On Monday, the leader of the Arab League expressed hope that the Biden administration will reform the policies of President Donald Trump and begin a diplomatic process to gain independence for the Palestinians, backed by regional and international parties.
Ahmed Aboul Gheit, Secretary-General of the 22-member organisation, told the United Nations Security Council that a two-state solution to the decades-old Israeli-Palestinian crisis, a nod to the United States, “has been marginalised by the principal mediator in the peace process.”
“This has encouraged the Israeli government to step up its settlement activities and to threaten to take dangerous and destructive measures, such as the annexation of occupied land,” he said.
In a broad-based briefing on the problems and disputes in the Middle East, the Arab League leader addressed the Israeli-Palestinian crisis.
He also referred without name to Iran, arguing that “some regional powers interfere with the Arab region’s affairs” by adversely affecting the relation to freedom of navigation in the Persian Gulf to “the security of international maritime navigation routes which are a lifeline for international trade.”
It has also become clear that such intervention perpetuates and further complicates ongoing conflicts,’ he added, without directly mentioning Iran’s support for Syrian President Bashar Assad, Yemen’s Houthi rebels and the Gaza Strip-controlled Hamas.
The Covid-19 pandemic and current wars and crises have created “a dangerous mix that has taken a heavy toll on the peoples of the region,” Aboul Gheit said, referring to ten years of civil war in Syria, the seventh year of Yemen’s war and “firm divisions in Libya.”
In a last-minute wave of approvals before US President Donald Trump leaves office on Wednesday and Joe Biden is inaugurated as the 46th US president, he spoke a day after Israeli authorities advanced proposals to build nearly 800 homes in West Bank settlements. The Israeli intervention was condemned by Palestinian officials.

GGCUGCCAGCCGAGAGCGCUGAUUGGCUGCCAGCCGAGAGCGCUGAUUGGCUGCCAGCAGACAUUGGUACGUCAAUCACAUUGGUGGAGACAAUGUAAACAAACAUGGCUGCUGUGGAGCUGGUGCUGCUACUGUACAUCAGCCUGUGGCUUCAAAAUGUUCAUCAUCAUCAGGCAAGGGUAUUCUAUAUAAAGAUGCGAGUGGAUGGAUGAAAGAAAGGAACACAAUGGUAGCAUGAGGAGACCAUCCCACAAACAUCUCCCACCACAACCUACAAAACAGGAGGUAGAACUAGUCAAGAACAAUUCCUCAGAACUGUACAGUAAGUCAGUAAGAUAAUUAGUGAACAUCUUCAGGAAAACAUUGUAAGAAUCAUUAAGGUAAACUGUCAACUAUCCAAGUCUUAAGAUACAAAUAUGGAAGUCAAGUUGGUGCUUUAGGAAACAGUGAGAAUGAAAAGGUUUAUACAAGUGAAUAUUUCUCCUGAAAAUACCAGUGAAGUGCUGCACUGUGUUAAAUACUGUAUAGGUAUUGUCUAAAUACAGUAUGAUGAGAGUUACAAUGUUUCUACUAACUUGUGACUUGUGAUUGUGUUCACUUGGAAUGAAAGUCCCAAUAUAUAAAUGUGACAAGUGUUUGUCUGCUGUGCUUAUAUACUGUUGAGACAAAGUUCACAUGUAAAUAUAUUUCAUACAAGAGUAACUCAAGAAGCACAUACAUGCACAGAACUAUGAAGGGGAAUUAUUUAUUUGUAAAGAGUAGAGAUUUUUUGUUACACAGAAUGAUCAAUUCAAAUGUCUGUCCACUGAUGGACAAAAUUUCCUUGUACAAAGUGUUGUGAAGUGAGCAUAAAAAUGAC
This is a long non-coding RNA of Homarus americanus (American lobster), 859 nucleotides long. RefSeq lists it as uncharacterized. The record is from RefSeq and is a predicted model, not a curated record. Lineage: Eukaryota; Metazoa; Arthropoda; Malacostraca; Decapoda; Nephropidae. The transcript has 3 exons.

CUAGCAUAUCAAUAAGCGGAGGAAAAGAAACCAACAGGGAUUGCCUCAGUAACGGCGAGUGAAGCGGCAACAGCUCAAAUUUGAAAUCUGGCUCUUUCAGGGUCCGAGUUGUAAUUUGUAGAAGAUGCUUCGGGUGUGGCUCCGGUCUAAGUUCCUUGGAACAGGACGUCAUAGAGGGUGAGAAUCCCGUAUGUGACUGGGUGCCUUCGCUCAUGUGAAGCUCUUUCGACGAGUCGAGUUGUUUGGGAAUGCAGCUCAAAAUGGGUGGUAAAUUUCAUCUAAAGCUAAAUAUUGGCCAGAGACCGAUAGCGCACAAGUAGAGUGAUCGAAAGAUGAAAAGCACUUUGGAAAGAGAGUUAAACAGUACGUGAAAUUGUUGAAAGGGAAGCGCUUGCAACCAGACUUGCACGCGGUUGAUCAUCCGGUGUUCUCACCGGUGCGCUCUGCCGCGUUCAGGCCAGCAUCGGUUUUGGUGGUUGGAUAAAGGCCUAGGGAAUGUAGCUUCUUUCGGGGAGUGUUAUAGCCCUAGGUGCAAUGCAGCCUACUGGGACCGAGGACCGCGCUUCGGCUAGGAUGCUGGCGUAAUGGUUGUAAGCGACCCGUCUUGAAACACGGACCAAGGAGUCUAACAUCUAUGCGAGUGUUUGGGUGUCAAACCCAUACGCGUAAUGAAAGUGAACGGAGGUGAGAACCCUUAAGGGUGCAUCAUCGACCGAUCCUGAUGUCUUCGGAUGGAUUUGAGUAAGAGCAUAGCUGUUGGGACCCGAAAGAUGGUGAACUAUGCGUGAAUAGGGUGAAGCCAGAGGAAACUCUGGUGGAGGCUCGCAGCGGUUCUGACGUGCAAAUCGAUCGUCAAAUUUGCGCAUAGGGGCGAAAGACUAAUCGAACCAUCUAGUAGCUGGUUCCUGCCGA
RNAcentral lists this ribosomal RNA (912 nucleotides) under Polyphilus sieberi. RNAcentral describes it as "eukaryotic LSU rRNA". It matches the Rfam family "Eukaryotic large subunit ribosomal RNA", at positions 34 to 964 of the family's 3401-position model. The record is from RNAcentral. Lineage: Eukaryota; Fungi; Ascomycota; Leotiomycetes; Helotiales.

As part of a potential sovereign state, the Palestinians claim much of the West Bank, occupied by Israel in the Middle East War of 1967. They claim the rising population of settlers, reaching some 500,000 inhabitants, makes realising their dream of independence more impossible.
Aboul Gheit said that in the coming months, both sides ought to make “significant efforts” to reaffirm the two-state solution.
We look forward to the rectification of policies and procedures by the current American administration that are not useful and that are engaged in a constructive diplomatic phase with the help of powerful regional and foreign groups,” he said.” “This would give the Palestinian people renewed hope that, in its noble aspiration for freedom and independence, the international community would stand by its side.”
Five countries are intervening militarily in Syria, Aboul Gheit said, and the “security situation remains tumultuous and precarious, particularly in the northwest, northeast and south.” This not only threatens the chances for a diplomatic solution, but also has similarly significant humanitarian repercussions, he said, with 90% of Syrians living in poverty.
I am persuaded that a genuine solution must start with a minimum degree of international unity that is still missing,” said Aboul Gheit, “which would enable some regional parties to minimise their presence in Syria. “Those regional parties continue to see or use Syria’s land as spoils of war to settle scores.”
In Yemen, the leader of the Arab League said, the situation “is just as dangerous, particularly the humanitarian situation,” with some Yemenis starving themselves.
He fully endorsed attempts by UN Special Envoy Martin Griffiths to find consensus on a joint statement calling for a cease-fire and confidence-building action between the Houthis and the internationally recognised government. He said the Saudi-negotiated New Cabinet Deal “is a positive sign that fragmentation and division are coming to an end,” which “paved the way for a comprehensive solution to be negotiated.”
With regard to Libya, Aboul Gheit said that recent events “could bring us closer to ending the split in this important Arab country.”
Following the overthrow and assassination of dictator Moammar Gadhafi in 2011, oil-rich Libya was split into competing governments in its east and west, each supported by a number of militias and international powers. In October, the warring parties agreed to a UN-brokered cease-fire, an arrangement that included the withdrawal of foreign forces and mercenaries within three months and the holding of presidential and parliamentary elections
Aboul Gheit recommended that the cease-fire deal be enforced, as well as that the recruiting of foreign fighters be stopped and exports of arms and military supplies to Libya be suspended.